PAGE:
• Medicine is not an exact science and things can go wrong. If an error occurs, apologise to the patient, explain what has happened and what can be done to rectify things

RCN head of legal services (regulatory) Roz Hooper suggests:

  • Checklists are a powerful means of supplementing patient records and can help reduce the need for lengthy notes
  • Include photographic evidence in records, where appropriate
  • Adhere to local and national practice guidelines

 

Common reasons nurses find themselves the subject of clinical negligence allegations

The MDU’s Dr Leask says: ‘Common reasons for cases we see involving nurse practitioners include wrong or delayed diagnosis, delayed referrals and prescribing errors.’

MDU cases involving practice nurses commonly feature wound management, phlebotomy, vaccinations and intramuscular injections. Good practice is perhaps the best protection against allegations of negligence.

Local or national guidelines, for example, are designed to minimise risk and help deliver safe, optimal care. When nurses, for whatever reason, fail to follow such guidance, the consequences can be catastrophic.

The basic error that led to life-changing injury

Jane* had just begun a university degree when she was involved in a serious car crash. Part of her skull was removed to reduce the effects of swelling in her brain, and her parents were told she was unlikely to make any meaningful functional recovery.

Against the odds, she improved. With physiotherapy and occupational therapy, she was soon able to walk with assistance and her speech returned almost to normal.

But two days before she was due to be transferred to a rehabilitation centre, Jane was left unattended on a bed while nursing staff were helping her wash. She fell from the bed and hit her head, which had been left vulnerable after the craniotomy.

After nine months of intensive rehabilitation, and despite some improvement, she requires, and will continue to require, 24-hour supervision and assistance. Her personality has changed.

The health trust admitted liability and a £3 million lump sum was agreed. It is estimated that over the course of her lifetime, Jane will receive approximately £12 million to pay for care and therapy.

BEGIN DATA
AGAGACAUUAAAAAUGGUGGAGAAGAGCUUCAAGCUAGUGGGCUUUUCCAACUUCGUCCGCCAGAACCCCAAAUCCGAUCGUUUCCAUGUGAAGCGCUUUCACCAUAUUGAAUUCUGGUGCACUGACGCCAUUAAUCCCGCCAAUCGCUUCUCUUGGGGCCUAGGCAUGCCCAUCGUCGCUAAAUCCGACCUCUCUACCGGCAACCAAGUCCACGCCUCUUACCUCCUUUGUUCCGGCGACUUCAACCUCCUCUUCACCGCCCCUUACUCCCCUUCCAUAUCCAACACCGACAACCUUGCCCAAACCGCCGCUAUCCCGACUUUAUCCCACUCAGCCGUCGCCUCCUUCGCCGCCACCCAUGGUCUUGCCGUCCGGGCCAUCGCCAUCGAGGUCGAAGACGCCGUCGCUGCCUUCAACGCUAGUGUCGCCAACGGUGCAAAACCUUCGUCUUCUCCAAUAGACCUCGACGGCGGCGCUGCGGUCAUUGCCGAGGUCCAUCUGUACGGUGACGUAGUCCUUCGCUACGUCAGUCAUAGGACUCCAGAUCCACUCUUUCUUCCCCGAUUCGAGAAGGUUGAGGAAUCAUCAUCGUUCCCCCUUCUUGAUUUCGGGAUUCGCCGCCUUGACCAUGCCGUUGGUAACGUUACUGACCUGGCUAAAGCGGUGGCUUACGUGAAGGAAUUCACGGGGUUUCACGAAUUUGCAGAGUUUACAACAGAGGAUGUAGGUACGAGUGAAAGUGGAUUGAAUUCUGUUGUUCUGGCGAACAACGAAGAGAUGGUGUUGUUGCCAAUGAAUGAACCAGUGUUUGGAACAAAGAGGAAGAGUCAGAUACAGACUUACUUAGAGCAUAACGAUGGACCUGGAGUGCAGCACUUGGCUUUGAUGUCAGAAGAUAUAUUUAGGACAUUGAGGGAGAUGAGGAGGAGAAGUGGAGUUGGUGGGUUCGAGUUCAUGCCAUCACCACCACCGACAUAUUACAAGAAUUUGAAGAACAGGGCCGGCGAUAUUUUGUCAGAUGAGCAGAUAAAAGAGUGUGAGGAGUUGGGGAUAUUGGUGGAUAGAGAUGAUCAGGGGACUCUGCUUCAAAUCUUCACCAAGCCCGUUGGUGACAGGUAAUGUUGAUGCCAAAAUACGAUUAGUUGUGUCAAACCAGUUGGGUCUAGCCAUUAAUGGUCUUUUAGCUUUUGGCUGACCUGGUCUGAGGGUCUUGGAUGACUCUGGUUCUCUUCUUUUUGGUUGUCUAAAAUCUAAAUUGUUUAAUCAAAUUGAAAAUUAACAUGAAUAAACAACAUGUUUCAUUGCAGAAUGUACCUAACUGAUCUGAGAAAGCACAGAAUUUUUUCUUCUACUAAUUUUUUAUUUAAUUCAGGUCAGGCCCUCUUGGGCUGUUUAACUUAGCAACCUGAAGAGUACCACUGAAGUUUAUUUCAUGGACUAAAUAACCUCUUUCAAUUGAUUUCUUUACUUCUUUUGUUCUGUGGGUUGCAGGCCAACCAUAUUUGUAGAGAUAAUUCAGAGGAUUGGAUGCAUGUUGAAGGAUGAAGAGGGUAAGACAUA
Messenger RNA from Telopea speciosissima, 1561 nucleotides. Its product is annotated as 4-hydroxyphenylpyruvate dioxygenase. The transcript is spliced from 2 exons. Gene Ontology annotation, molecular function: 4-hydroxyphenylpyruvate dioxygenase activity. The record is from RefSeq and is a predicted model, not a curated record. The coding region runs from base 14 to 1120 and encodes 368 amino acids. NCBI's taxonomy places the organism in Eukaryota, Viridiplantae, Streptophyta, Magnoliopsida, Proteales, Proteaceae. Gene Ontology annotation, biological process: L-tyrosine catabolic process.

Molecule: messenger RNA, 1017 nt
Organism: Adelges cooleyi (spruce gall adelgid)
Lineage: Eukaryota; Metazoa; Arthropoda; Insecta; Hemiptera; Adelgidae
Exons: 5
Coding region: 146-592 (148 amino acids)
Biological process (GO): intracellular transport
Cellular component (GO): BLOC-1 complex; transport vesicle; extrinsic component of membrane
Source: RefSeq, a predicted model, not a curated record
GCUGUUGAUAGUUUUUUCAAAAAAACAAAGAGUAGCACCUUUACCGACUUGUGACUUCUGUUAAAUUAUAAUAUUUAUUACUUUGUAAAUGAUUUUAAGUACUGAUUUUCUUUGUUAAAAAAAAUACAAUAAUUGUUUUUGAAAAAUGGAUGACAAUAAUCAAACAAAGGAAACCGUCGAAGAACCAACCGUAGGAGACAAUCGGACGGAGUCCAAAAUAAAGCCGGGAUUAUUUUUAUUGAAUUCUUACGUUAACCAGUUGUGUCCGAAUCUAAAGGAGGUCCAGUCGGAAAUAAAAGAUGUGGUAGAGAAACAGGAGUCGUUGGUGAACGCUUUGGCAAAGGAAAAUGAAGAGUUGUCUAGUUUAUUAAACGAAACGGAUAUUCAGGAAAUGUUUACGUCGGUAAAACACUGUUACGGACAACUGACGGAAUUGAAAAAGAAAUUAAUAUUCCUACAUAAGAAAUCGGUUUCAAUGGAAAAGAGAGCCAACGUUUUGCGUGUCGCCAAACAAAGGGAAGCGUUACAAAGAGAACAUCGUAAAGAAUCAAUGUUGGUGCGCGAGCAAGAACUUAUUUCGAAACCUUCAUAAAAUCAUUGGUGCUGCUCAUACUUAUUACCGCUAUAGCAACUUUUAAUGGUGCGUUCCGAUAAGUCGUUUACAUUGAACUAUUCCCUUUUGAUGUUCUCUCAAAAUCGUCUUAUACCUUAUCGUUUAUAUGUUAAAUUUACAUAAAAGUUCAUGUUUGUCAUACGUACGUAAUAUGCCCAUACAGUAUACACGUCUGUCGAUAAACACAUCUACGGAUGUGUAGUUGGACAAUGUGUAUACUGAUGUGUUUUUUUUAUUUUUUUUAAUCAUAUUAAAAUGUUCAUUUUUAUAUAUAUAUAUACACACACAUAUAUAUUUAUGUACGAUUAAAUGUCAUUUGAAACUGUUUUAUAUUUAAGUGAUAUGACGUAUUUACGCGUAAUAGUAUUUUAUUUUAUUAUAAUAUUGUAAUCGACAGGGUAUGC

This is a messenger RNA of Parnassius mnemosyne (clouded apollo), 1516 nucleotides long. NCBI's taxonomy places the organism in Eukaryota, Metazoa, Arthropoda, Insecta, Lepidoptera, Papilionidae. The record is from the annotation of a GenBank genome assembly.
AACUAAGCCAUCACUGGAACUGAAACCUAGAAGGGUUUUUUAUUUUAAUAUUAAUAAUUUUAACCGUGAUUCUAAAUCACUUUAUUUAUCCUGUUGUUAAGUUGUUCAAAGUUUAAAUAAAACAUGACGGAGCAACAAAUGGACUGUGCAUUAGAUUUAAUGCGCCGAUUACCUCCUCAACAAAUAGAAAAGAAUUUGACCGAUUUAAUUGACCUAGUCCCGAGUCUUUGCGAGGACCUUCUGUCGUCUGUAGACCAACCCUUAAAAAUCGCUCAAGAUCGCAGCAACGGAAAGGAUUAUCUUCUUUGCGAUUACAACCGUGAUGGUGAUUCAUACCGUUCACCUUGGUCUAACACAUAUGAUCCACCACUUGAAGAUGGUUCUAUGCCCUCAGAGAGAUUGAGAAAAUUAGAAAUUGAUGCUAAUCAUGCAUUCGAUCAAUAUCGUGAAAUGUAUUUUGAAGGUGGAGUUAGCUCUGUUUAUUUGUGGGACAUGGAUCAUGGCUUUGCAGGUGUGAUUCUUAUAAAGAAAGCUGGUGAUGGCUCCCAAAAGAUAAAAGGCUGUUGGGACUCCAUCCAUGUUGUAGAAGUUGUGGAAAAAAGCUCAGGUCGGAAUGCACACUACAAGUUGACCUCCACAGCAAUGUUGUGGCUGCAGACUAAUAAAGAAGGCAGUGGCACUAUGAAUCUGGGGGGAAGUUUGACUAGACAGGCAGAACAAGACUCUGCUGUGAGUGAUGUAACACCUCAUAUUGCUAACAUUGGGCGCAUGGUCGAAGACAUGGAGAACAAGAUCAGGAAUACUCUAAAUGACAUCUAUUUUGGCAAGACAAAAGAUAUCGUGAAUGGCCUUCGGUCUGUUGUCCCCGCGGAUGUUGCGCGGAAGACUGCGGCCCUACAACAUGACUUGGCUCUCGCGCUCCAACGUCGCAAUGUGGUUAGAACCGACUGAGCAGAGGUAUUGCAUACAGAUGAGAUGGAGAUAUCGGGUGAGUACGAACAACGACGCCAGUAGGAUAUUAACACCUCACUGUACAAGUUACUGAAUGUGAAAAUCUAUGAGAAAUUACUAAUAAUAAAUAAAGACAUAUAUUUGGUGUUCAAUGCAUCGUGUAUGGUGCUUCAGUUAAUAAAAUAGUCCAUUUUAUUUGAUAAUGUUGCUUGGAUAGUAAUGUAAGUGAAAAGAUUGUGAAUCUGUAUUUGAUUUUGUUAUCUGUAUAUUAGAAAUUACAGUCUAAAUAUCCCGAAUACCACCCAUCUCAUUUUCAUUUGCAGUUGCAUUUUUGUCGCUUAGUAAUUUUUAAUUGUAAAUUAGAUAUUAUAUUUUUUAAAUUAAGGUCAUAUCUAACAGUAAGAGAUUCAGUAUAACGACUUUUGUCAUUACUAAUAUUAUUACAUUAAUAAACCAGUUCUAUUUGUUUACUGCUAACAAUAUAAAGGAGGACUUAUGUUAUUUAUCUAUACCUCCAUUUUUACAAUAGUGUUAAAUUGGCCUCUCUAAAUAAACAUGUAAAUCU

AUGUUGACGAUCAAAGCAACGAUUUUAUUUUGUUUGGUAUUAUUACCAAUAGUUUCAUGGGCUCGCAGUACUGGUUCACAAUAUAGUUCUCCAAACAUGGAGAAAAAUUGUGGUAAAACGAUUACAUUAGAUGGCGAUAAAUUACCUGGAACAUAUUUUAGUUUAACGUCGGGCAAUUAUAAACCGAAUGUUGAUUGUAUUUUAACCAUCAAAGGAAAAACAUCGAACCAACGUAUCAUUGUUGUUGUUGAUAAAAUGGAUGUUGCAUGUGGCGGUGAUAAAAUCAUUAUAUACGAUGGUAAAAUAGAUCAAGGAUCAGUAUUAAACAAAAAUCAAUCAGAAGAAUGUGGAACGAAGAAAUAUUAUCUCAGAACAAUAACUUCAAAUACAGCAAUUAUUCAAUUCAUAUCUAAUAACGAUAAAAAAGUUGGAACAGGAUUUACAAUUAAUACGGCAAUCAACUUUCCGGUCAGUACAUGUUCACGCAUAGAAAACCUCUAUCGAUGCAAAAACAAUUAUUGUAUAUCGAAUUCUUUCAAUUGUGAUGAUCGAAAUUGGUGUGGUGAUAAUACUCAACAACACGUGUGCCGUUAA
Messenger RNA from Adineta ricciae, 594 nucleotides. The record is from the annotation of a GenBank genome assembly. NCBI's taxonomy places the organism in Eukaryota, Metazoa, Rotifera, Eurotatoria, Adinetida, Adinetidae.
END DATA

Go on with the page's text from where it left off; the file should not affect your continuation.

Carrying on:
Her solicitor, Jonathan Zimmern, says: ‘In this tragic case, basic error led to terrible injury to the patient.

‘Unfortunately, in too many cases involving nursing error, the breach of care clearly revolves around failure to follow the NHS’s own guidelines. These types of injuries would be entirely avoidable if staff ensured they followed their own guidelines.’

*Name has been changed

 

The importance of good record-keeping

Patient records will always come under close scrutiny when negligence is alleged, so attention to detail is important. Asking yourself, ‘What makes my care safe and how can I prove it was safe?’ is a good guiding principle, Roz Hooper says.

For example, it may not be enough for a community nurse to note the date and time of each visit to re-dress a patient’s diabetic ulcer if improvement or deterioration is not also recorded, possibly with photographic evidence.


Taking a photograph is an effective way of keeping a record. Picture: David Gee

Of course, good record-keeping is not solely for the nurse’s protection. Records can help show you delivered care safely but they also contribute to the overall quality of care, allowing others involved with treating the patient to note baselines, comparators, or deviations from the normal. 

13%

of all NHS clinical negligence claims relate to emergency medicine

Source: NHS Resolution

‘It may sound defensive and overly concerned about litigation but, as all nurses know, good observations well recorded are extraordinarily important in good care anyway,’ Ms Hooper says. ‘It’s a state of mind – imagine that someone else is going to look at those records.’

That said, mistakes do happen and clinical negligence claims may follow. And the staff shortages endemic in many workplaces mean that slip-up, oversights and errors could become more commonplace.

Nurses who make mistakes are not, by default, bad people or bad at their jobs. But sound, evidence-based practice, properly recorded, may lessen the risk of mistakes and of any subsequent complaint or claim.


Further information

NMC: your professional indemnity